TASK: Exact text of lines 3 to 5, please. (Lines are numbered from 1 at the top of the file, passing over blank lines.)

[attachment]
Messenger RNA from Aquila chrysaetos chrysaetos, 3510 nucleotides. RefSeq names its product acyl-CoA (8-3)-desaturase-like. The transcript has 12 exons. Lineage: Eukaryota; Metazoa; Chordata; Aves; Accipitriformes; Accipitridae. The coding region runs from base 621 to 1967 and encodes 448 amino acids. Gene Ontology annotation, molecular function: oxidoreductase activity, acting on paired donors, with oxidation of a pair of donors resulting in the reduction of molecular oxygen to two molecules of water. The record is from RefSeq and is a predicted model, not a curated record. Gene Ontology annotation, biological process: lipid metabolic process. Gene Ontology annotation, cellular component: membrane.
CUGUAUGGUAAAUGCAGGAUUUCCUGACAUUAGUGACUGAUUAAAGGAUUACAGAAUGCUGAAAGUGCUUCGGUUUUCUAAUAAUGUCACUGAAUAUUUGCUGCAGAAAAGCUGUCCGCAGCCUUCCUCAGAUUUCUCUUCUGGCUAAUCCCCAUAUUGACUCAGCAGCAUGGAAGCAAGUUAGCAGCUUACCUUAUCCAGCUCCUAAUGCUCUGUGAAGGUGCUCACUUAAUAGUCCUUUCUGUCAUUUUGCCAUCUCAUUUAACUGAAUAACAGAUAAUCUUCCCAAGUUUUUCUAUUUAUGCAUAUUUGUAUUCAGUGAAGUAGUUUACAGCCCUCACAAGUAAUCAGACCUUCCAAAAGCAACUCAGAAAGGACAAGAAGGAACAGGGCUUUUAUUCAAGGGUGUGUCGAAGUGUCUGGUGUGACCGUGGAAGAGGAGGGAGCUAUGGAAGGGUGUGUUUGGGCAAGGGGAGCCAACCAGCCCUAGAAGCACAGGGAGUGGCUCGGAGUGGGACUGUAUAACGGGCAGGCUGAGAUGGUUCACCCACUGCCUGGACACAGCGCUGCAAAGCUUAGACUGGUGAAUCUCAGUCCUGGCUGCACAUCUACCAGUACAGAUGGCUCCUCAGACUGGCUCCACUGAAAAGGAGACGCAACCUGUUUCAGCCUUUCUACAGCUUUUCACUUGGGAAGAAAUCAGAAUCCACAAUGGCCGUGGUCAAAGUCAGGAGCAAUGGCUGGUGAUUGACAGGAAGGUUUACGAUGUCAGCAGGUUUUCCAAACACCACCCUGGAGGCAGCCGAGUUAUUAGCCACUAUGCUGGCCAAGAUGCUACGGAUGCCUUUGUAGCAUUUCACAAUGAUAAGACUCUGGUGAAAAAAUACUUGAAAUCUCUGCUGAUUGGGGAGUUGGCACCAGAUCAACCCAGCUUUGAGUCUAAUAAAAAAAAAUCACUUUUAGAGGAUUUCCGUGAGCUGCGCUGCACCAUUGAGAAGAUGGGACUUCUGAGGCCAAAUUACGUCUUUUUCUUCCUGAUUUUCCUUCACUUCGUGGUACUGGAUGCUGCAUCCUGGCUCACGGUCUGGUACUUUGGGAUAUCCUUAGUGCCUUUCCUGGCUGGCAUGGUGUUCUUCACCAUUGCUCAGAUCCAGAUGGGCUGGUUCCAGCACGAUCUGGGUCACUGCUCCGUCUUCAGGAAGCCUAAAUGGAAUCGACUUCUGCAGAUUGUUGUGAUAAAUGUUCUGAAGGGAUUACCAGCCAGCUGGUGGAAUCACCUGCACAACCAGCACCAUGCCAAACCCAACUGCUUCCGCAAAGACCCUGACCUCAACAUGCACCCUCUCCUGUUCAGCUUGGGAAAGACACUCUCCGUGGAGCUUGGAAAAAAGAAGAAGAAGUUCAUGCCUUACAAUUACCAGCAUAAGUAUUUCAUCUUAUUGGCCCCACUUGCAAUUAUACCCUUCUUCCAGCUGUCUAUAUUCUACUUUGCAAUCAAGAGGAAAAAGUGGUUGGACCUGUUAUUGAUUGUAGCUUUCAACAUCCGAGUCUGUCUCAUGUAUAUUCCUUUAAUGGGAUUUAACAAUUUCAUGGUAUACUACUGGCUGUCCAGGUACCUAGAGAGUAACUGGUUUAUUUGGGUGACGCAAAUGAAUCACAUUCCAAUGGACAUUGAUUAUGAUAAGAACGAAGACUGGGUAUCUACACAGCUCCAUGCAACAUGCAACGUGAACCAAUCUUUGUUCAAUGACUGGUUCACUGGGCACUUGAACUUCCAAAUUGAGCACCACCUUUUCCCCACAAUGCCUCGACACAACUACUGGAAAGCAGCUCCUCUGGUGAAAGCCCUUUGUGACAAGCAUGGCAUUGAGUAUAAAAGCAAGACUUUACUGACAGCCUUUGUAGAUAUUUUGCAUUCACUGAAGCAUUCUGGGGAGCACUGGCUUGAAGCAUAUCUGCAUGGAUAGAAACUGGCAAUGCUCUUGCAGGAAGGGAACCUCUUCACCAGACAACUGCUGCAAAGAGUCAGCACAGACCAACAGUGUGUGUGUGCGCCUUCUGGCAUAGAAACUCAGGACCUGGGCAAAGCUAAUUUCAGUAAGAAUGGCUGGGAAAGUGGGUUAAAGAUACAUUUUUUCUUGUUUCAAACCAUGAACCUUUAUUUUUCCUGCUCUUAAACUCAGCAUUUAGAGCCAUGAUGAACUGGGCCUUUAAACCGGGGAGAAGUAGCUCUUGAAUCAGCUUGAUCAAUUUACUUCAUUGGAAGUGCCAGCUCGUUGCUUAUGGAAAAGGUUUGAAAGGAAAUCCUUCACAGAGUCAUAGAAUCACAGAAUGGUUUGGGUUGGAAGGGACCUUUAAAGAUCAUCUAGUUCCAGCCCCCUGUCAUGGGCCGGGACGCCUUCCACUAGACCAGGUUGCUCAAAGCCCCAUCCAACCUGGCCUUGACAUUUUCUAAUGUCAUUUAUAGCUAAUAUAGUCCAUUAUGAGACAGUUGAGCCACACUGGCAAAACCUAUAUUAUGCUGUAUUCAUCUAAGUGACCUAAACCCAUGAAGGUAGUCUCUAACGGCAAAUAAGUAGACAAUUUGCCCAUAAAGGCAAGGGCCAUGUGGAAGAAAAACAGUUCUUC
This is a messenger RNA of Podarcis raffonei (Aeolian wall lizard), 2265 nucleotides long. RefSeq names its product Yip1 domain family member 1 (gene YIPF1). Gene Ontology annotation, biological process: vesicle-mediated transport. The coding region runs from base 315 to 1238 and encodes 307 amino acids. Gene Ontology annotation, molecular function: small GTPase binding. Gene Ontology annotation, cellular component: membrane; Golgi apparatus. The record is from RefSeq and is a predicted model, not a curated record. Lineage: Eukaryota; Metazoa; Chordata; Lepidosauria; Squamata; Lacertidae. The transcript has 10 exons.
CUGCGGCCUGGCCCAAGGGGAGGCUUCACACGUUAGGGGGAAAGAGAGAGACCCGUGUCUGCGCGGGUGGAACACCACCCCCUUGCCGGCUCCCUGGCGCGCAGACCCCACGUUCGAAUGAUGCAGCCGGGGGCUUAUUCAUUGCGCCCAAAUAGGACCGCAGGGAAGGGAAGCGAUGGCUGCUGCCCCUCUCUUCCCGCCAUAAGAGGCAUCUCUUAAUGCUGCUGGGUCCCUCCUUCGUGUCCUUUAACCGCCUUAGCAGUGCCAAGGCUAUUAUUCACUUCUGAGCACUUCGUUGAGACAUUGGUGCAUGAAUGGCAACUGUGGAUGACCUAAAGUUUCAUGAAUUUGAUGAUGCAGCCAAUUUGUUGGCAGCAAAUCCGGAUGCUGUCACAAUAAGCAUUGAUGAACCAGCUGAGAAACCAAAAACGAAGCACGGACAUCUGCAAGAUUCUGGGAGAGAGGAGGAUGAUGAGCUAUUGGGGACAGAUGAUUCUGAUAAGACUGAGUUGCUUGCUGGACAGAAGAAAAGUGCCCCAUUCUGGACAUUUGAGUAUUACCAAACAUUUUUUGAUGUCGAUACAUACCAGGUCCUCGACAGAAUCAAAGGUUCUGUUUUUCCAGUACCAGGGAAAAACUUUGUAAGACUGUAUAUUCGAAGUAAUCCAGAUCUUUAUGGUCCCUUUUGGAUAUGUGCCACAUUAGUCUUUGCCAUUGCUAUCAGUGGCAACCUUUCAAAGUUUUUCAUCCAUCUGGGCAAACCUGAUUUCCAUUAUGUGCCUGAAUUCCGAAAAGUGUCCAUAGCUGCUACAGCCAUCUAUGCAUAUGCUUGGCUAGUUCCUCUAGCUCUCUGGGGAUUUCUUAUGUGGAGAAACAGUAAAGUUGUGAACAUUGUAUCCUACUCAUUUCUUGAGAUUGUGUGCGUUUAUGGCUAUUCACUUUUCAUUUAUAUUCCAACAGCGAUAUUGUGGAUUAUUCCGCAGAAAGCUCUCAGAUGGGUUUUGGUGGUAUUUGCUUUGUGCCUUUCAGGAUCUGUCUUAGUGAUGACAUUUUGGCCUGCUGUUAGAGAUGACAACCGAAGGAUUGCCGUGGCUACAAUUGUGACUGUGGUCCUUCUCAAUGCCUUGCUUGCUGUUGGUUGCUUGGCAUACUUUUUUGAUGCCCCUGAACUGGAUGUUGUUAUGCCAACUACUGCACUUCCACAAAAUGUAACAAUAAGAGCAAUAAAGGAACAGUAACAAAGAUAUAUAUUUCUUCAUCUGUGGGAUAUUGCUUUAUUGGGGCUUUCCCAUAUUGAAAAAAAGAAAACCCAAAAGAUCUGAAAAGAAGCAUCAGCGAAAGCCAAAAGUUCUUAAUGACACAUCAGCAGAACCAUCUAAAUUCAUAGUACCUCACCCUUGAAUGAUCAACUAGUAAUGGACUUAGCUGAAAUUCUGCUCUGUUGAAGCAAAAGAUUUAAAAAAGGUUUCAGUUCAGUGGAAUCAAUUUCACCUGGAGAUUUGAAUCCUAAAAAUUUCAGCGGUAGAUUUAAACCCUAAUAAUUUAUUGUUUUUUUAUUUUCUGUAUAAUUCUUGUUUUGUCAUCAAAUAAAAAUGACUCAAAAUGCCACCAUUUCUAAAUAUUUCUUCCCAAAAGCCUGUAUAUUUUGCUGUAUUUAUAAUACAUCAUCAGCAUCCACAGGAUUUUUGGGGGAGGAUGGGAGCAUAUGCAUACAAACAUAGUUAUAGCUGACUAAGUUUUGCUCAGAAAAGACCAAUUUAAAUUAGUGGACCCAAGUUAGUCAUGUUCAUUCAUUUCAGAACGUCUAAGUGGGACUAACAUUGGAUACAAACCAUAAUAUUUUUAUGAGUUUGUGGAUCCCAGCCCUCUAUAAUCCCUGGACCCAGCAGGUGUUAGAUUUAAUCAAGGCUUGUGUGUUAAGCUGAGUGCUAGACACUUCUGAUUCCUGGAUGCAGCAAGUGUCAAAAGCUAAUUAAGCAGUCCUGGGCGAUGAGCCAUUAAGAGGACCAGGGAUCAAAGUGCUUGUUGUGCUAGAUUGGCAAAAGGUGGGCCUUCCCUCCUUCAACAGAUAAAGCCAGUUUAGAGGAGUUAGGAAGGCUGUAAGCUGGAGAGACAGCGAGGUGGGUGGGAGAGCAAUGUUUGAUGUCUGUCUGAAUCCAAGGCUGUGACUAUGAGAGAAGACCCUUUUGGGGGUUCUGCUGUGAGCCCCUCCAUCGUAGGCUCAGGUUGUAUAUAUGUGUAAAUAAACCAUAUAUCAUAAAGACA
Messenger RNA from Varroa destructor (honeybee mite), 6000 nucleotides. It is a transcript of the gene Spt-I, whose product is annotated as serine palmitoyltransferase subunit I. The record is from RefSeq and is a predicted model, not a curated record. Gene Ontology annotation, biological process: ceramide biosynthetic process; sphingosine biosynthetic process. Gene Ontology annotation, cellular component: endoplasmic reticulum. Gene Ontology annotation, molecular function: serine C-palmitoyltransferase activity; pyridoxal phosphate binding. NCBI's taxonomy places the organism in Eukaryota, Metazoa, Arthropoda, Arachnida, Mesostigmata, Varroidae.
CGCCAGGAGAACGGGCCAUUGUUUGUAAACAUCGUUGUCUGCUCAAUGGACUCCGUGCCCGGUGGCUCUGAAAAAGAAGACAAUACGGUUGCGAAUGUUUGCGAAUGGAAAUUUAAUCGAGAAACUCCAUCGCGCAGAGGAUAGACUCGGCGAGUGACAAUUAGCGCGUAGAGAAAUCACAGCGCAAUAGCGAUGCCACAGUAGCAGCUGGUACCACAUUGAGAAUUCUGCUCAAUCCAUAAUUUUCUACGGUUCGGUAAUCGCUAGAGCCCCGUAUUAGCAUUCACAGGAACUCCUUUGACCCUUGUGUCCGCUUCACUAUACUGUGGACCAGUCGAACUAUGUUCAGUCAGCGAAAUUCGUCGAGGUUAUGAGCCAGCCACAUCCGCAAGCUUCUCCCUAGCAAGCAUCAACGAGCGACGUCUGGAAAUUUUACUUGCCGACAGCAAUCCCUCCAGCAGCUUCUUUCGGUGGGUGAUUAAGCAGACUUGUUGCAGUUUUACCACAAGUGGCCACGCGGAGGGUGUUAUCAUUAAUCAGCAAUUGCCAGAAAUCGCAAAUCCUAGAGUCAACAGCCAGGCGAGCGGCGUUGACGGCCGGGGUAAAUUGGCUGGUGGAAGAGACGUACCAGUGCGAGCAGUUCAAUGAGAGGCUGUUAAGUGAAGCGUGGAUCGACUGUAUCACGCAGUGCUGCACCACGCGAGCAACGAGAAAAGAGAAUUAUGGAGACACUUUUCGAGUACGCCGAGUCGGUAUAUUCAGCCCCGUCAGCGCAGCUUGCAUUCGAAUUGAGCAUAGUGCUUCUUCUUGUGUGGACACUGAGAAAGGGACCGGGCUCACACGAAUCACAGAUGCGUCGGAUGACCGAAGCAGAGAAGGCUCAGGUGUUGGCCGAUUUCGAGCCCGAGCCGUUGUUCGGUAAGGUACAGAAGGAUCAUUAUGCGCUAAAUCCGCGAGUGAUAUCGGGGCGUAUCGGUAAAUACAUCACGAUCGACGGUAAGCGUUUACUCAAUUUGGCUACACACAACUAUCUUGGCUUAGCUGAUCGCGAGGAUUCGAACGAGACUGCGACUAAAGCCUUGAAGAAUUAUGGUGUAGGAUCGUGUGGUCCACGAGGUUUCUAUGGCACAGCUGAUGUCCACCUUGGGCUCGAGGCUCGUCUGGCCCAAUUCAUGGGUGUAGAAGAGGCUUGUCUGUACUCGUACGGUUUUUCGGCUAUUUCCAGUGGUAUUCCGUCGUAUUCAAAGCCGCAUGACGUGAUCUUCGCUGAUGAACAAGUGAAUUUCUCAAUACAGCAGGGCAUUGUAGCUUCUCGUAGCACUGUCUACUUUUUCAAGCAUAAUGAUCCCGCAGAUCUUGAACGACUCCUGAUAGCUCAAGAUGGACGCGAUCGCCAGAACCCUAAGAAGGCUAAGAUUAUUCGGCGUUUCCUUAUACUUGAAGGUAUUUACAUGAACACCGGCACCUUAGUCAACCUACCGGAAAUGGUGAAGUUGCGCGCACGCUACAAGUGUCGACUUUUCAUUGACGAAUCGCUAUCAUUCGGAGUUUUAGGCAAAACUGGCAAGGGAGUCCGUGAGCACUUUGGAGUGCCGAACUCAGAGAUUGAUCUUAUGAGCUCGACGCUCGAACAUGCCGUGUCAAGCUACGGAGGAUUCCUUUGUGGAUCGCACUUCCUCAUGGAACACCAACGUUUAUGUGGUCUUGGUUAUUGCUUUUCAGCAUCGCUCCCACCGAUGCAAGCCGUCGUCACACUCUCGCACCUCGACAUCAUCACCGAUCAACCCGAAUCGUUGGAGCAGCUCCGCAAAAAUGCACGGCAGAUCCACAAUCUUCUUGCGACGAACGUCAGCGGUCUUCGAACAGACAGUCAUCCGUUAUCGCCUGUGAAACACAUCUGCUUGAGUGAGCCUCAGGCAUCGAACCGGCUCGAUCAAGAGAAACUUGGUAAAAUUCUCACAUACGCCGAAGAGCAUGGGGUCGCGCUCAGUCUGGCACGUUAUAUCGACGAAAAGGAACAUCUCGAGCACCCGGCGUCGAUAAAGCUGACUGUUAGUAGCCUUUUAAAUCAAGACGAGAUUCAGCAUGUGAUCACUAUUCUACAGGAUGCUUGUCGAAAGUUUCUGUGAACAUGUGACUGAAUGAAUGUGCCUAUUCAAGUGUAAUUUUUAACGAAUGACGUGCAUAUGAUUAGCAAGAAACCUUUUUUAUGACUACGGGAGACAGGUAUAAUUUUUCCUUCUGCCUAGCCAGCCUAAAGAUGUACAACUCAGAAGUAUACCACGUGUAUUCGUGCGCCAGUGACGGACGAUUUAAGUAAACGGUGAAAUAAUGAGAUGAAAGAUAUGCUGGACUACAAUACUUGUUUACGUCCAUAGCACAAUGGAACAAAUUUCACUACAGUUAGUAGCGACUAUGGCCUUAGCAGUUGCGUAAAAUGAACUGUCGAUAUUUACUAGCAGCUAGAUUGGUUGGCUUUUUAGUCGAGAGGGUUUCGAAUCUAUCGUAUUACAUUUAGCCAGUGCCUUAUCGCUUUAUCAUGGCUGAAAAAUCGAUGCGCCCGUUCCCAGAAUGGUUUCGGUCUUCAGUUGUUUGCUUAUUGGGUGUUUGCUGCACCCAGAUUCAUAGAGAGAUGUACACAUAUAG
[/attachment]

This is a messenger RNA of Podarcis raffonei (Aeolian wall lizard), 2265 nucleotides long. RefSeq names its product Yip1 domain family member 1 (gene YIPF1). Gene Ontology annotation, biological process: vesicle-mediated transport. The coding region runs from base 315 to 1238 and encodes 307 amino acids. Gene Ontology annotation, molecular function: small GTPase binding. Gene Ontology annotation, cellular component: membrane; Golgi apparatus. The record is from RefSeq and is a predicted model, not a curated record. Lineage: Eukaryota; Metazoa; Chordata; Lepidosauria; Squamata; Lacertidae. The transcript has 10 exons.
CUGCGGCCUGGCCCAAGGGGAGGCUUCACACGUUAGGGGGAAAGAGAGAGACCCGUGUCUGCGCGGGUGGAACACCACCCCCUUGCCGGCUCCCUGGCGCGCAGACCCCACGUUCGAAUGAUGCAGCCGGGGGCUUAUUCAUUGCGCCCAAAUAGGACCGCAGGGAAGGGAAGCGAUGGCUGCUGCCCCUCUCUUCCCGCCAUAAGAGGCAUCUCUUAAUGCUGCUGGGUCCCUCCUUCGUGUCCUUUAACCGCCUUAGCAGUGCCAAGGCUAUUAUUCACUUCUGAGCACUUCGUUGAGACAUUGGUGCAUGAAUGGCAACUGUGGAUGACCUAAAGUUUCAUGAAUUUGAUGAUGCAGCCAAUUUGUUGGCAGCAAAUCCGGAUGCUGUCACAAUAAGCAUUGAUGAACCAGCUGAGAAACCAAAAACGAAGCACGGACAUCUGCAAGAUUCUGGGAGAGAGGAGGAUGAUGAGCUAUUGGGGACAGAUGAUUCUGAUAAGACUGAGUUGCUUGCUGGACAGAAGAAAAGUGCCCCAUUCUGGACAUUUGAGUAUUACCAAACAUUUUUUGAUGUCGAUACAUACCAGGUCCUCGACAGAAUCAAAGGUUCUGUUUUUCCAGUACCAGGGAAAAACUUUGUAAGACUGUAUAUUCGAAGUAAUCCAGAUCUUUAUGGUCCCUUUUGGAUAUGUGCCACAUUAGUCUUUGCCAUUGCUAUCAGUGGCAACCUUUCAAAGUUUUUCAUCCAUCUGGGCAAACCUGAUUUCCAUUAUGUGCCUGAAUUCCGAAAAGUGUCCAUAGCUGCUACAGCCAUCUAUGCAUAUGCUUGGCUAGUUCCUCUAGCUCUCUGGGGAUUUCUUAUGUGGAGAAACAGUAAAGUUGUGAACAUUGUAUCCUACUCAUUUCUUGAGAUUGUGUGCGUUUAUGGCUAUUCACUUUUCAUUUAUAUUCCAACAGCGAUAUUGUGGAUUAUUCCGCAGAAAGCUCUCAGAUGGGUUUUGGUGGUAUUUGCUUUGUGCCUUUCAGGAUCUGUCUUAGUGAUGACAUUUUGGCCUGCUGUUAGAGAUGACAACCGAAGGAUUGCCGUGGCUACAAUUGUGACUGUGGUCCUUCUCAAUGCCUUGCUUGCUGUUGGUUGCUUGGCAUACUUUUUUGAUGCCCCUGAACUGGAUGUUGUUAUGCCAACUACUGCACUUCCACAAAAUGUAACAAUAAGAGCAAUAAAGGAACAGUAACAAAGAUAUAUAUUUCUUCAUCUGUGGGAUAUUGCUUUAUUGGGGCUUUCCCAUAUUGAAAAAAAGAAAACCCAAAAGAUCUGAAAAGAAGCAUCAGCGAAAGCCAAAAGUUCUUAAUGACACAUCAGCAGAACCAUCUAAAUUCAUAGUACCUCACCCUUGAAUGAUCAACUAGUAAUGGACUUAGCUGAAAUUCUGCUCUGUUGAAGCAAAAGAUUUAAAAAAGGUUUCAGUUCAGUGGAAUCAAUUUCACCUGGAGAUUUGAAUCCUAAAAAUUUCAGCGGUAGAUUUAAACCCUAAUAAUUUAUUGUUUUUUUAUUUUCUGUAUAAUUCUUGUUUUGUCAUCAAAUAAAAAUGACUCAAAAUGCCACCAUUUCUAAAUAUUUCUUCCCAAAAGCCUGUAUAUUUUGCUGUAUUUAUAAUACAUCAUCAGCAUCCACAGGAUUUUUGGGGGAGGAUGGGAGCAUAUGCAUACAAACAUAGUUAUAGCUGACUAAGUUUUGCUCAGAAAAGACCAAUUUAAAUUAGUGGACCCAAGUUAGUCAUGUUCAUUCAUUUCAGAACGUCUAAGUGGGACUAACAUUGGAUACAAACCAUAAUAUUUUUAUGAGUUUGUGGAUCCCAGCCCUCUAUAAUCCCUGGACCCAGCAGGUGUUAGAUUUAAUCAAGGCUUGUGUGUUAAGCUGAGUGCUAGACACUUCUGAUUCCUGGAUGCAGCAAGUGUCAAAAGCUAAUUAAGCAGUCCUGGGCGAUGAGCCAUUAAGAGGACCAGGGAUCAAAGUGCUUGUUGUGCUAGAUUGGCAAAAGGUGGGCCUUCCCUCCUUCAACAGAUAAAGCCAGUUUAGAGGAGUUAGGAAGGCUGUAAGCUGGAGAGACAGCGAGGUGGGUGGGAGAGCAAUGUUUGAUGUCUGUCUGAAUCCAAGGCUGUGACUAUGAGAGAAGACCCUUUUGGGGGUUCUGCUGUGAGCCCCUCCAUCGUAGGCUCAGGUUGUAUAUAUGUGUAAAUAAACCAUAUAUCAUAAAGACA
Messenger RNA from Varroa destructor (honeybee mite), 6000 nucleotides. It is a transcript of the gene Spt-I, whose product is annotated as serine palmitoyltransferase subunit I. The record is from RefSeq and is a predicted model, not a curated record. Gene Ontology annotation, biological process: ceramide biosynthetic process; sphingosine biosynthetic process. Gene Ontology annotation, cellular component: endoplasmic reticulum. Gene Ontology annotation, molecular function: serine C-palmitoyltransferase activity; pyridoxal phosphate binding. NCBI's taxonomy places the organism in Eukaryota, Metazoa, Arthropoda, Arachnida, Mesostigmata, Varroidae.